In June 2001 we attended a wedding in the Falls. We were in a Tops and my father-in-law picked up the Buffalo Law Journal, and I bought it. I scanned the ads in the back, and when we returned to Boston I considered applying for this one job that seemed appealing & right up my alley. But I was somewhat hesitant, since it was quite a big move and a logistical mess I didn’t want to ponder.

A few weeks later, I scanned monster.com, and found an ad there for that same job in Buffalo. So I said, what the hell, and forwarded a resume & nice cover letter. I got called for an interview, and we drove out for a long weekend, and I interviewed the afternoon of the Friday after July 4th. The weather was gloriously beautiful, and the office was right on the lake, which I thought was cool.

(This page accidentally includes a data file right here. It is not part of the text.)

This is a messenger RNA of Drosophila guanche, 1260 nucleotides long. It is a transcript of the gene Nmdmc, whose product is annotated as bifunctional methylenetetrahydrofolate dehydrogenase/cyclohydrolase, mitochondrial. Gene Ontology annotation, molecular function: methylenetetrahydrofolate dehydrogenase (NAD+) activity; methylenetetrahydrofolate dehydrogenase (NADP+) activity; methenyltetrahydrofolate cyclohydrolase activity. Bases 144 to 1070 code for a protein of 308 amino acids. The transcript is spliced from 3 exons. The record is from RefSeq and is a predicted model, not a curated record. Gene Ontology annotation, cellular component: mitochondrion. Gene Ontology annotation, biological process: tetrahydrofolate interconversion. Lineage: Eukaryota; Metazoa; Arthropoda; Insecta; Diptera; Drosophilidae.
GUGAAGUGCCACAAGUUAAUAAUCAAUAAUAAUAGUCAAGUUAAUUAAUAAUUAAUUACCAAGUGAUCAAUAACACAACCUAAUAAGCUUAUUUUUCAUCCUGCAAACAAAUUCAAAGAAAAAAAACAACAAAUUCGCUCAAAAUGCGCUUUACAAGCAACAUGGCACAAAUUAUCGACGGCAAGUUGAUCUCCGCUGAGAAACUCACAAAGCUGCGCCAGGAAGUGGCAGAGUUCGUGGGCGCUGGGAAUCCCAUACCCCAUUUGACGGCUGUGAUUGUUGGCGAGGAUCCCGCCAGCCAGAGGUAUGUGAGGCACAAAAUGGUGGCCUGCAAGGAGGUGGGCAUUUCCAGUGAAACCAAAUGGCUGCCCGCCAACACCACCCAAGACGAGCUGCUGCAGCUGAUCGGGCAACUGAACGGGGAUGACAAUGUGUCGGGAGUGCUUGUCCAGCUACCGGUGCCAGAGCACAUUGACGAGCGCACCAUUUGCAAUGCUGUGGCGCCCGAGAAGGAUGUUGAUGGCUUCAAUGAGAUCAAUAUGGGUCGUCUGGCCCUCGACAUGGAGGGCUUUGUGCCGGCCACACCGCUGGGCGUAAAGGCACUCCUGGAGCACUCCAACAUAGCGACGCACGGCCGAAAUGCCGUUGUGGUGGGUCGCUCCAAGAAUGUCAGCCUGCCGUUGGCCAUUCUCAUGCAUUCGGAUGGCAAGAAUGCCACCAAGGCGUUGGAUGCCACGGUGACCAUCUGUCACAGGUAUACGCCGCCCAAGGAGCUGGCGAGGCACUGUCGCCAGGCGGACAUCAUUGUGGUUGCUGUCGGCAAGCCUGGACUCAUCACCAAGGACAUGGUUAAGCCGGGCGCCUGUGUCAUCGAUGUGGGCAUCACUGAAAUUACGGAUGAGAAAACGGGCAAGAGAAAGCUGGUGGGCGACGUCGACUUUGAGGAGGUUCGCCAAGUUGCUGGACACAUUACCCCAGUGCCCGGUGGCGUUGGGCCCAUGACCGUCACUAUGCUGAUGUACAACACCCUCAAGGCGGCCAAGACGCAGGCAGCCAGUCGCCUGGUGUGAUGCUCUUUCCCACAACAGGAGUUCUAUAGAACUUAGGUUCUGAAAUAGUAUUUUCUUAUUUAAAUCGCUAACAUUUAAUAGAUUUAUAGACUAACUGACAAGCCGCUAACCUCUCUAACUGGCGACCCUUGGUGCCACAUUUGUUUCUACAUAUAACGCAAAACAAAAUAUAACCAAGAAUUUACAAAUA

A week or so later, I got the job, and we made arrangements to sell our condo and move out here. I badgered my wife to ask her work to let her telecommute from Buffalo and, miraculously (thankfully), they agreed and she did that for about 2 1/2 years.

I moved here Labor Day weekend 2001, and my wife and daughter followed about 2 weeks later. We lived in some apartments by the airport while looking for a house. Luckily, in 3 years we literally doubled our money on our teeny Brighton condo, so we had a nice down payment ready for a dream house in Erie County that would have cost $700,000 or more in a similar Boston suburb.

My wife’s work dropped her in late 2003, and 2004 really sucked. She scrambled to find a job and had to work in a trailer for a refuse company for several months, which was far from glamorous, didn’t pay very well, and for which she was overqualified. She has been working for a wonderful family-owned manufacturer in Batavia since July 2004 in a position for which she is perfectly qualified.